Eyes and Ears: More in Common Than You Think! 4 Reasons to Keep Your
Hearing Aid Troubleshooting Tips
Hearing aids are extremely sensitive pieces of electronic equipment. Most hearing aid problems are caused by inefficient cleaning regimes or build-up of moisture. The key to maintaining a well-functioning device is careful daily cleaning coupled with proper storage of your hearing aids when they are not in use. However, no matter how careful we are sometimes things still go wrong. The good news is that there are a number of things you can try at home before contacting your audiologist. Read the troubleshooting tips below:
My hearing aid isn’t producing any sound at all
- Make sure the hearing aid is switched on
- Adjust the volume control to ensure it is turned up high enough
- Check that the battery compartment is closed and the battery is inserted correctly
- Try replacing the battery; the one you are currently using could be weak or defective
- If your device uses tubing make sure that it is connected correctly
My hearing aid is producing a distorted or intermittent sound
- Try replacing the battery; if it is weak it could be responsible for your aid’s poor performance
- If your device uses tubing check it for cracks or holes. If there are any present you should contact your audiologist.
- Check the entire device for blockages, moisture and earwax build-up. Even if none are visible it is worth fully cleaning and drying your device to see if this resolves the issue.
- If your hearing aid has multiple settings try switching between them; you may have accidentally activated the loop setting
- If none of the above tips resolve the issue you should contact your care provider as your hearing aid may be damaged or defective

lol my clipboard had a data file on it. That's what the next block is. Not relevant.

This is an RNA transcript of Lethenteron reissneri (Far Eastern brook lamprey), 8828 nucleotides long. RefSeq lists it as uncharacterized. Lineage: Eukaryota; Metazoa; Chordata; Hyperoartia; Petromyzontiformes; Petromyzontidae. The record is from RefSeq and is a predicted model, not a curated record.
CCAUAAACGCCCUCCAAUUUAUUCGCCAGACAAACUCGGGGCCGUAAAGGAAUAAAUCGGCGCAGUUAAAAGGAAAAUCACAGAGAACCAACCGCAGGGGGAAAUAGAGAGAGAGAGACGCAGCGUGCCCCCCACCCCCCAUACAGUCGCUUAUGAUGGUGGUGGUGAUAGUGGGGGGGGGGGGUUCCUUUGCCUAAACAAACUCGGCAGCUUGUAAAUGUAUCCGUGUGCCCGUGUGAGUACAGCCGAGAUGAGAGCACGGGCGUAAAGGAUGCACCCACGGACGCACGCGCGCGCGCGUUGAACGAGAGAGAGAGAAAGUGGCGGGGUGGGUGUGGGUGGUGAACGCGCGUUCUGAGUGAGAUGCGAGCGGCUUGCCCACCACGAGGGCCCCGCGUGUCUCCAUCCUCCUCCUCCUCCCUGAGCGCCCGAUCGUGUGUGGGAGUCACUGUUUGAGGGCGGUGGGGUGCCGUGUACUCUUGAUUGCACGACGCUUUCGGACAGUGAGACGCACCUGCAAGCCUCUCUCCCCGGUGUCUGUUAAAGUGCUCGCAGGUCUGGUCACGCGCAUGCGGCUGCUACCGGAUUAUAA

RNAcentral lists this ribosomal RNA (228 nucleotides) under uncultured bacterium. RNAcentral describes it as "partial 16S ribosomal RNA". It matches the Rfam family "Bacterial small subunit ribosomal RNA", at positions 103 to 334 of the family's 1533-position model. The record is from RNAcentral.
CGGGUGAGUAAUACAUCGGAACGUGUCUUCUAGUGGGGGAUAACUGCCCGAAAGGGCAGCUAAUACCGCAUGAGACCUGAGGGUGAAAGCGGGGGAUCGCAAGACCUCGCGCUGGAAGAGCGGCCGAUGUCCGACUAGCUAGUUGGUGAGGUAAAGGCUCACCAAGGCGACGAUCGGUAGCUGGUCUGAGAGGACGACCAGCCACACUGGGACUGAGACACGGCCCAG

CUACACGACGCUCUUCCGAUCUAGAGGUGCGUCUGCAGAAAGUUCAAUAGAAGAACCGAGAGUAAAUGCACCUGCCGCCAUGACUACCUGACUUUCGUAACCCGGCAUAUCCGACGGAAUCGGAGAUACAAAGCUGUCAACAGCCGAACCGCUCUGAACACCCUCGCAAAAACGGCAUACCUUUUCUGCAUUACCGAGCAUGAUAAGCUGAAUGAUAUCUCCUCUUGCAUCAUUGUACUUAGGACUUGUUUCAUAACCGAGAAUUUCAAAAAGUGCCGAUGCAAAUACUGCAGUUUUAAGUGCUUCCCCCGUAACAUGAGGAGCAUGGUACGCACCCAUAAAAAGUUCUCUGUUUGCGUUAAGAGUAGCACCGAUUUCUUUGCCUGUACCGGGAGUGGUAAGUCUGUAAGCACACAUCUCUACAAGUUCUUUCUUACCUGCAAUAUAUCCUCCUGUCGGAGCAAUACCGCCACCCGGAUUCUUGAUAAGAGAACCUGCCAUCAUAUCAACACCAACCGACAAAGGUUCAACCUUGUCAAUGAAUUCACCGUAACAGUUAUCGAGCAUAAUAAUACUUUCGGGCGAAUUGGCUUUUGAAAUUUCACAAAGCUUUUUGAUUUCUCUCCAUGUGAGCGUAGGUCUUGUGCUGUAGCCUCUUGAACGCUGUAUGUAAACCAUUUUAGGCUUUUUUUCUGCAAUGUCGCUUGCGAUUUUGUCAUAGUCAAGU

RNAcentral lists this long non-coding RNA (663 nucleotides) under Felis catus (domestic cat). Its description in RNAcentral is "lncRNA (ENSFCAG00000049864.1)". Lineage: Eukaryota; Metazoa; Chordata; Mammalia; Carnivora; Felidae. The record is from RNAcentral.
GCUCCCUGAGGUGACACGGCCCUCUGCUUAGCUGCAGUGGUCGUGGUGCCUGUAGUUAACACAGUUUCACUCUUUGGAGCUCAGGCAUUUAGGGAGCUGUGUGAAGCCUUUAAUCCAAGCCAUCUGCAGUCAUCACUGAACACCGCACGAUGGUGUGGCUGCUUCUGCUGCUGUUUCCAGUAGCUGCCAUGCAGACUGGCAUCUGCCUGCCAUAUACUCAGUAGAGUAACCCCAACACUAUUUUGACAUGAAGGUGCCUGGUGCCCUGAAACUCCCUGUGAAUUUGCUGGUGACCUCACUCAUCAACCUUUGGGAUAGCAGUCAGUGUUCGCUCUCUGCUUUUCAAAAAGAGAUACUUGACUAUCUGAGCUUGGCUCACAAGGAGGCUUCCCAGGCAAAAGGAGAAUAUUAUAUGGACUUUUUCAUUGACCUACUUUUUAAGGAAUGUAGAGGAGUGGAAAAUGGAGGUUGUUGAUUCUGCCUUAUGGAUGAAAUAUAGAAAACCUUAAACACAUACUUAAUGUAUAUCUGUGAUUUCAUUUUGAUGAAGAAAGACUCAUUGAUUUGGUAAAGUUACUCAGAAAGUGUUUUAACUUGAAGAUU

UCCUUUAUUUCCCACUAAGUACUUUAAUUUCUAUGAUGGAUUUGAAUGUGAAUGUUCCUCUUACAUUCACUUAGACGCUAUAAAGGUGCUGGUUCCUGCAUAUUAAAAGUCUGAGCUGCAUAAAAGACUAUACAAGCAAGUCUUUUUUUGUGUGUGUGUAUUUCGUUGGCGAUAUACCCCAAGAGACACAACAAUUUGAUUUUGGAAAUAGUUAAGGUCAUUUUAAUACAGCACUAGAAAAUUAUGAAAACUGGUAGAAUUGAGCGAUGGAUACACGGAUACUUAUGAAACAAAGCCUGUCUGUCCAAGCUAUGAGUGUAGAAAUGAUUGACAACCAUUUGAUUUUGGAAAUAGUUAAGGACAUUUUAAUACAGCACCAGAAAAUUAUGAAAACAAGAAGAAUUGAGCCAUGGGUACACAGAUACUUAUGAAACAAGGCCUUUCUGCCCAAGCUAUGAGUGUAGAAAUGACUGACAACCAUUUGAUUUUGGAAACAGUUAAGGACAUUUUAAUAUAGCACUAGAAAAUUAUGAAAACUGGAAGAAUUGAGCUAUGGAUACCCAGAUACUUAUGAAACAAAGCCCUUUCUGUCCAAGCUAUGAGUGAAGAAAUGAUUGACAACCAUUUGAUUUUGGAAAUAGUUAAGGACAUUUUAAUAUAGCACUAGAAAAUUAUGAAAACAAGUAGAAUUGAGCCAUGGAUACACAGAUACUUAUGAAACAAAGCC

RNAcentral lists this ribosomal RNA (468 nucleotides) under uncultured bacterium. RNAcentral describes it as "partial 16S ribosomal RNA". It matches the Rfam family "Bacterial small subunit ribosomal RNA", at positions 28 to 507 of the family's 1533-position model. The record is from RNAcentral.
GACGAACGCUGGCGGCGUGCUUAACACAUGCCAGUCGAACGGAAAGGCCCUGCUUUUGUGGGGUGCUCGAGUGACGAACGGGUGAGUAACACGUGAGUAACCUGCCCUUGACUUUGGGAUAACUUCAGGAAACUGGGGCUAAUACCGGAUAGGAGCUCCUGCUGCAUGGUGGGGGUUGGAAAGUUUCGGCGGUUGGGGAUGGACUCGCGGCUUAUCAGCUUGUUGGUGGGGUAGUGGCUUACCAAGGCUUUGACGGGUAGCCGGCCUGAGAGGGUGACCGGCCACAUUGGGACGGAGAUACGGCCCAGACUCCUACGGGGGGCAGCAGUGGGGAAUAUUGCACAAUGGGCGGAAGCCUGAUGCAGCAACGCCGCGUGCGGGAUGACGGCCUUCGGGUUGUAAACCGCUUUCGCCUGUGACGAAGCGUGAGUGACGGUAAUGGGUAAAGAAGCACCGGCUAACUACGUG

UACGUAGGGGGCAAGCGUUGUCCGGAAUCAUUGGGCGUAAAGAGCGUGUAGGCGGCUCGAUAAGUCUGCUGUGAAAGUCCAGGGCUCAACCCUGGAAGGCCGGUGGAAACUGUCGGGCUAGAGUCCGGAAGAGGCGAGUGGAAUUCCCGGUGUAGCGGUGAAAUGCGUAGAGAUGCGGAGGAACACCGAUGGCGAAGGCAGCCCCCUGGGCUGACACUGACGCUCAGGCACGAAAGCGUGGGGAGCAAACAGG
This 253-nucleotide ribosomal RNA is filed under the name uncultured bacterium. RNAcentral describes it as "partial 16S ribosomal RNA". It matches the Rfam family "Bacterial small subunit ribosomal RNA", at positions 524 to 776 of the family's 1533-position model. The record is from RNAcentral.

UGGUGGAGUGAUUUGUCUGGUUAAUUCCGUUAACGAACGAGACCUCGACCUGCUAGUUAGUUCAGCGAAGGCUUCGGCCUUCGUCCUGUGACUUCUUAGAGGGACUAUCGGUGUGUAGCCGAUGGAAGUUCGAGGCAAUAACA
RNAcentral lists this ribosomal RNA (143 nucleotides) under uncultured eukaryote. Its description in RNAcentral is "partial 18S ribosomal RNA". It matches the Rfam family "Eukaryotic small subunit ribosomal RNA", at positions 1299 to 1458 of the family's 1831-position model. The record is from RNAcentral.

My hearing aids are producing a squealing or whistling sound (feedback)
- Try turning the volume down it may simply be set at too high a level
- Remove the device and re-insert it into your ear; the feedback could be caused by an improper fit.
- Make sure that the microphone is not obscured by earwax or another object such as a scarf or hat
- Remove your hearing aid and gently clean your ears, feedback can sometimes be caused by wax blockages, which reflect the sound travelling into your ear. Having cleaned your ears you may also find that the volume was in fact set too loudly and this was the cause of the feedback
My hearing aid just isn’t working as well as it used to
- Remove your hearing aid and give it a thorough, gentle clean
- If this doesn’t improve its performance and you have been using your hearing aid for two years or longer, it may simply be that your device needs to be adjusted or serviced. You should contact your audiologist to discuss your concerns.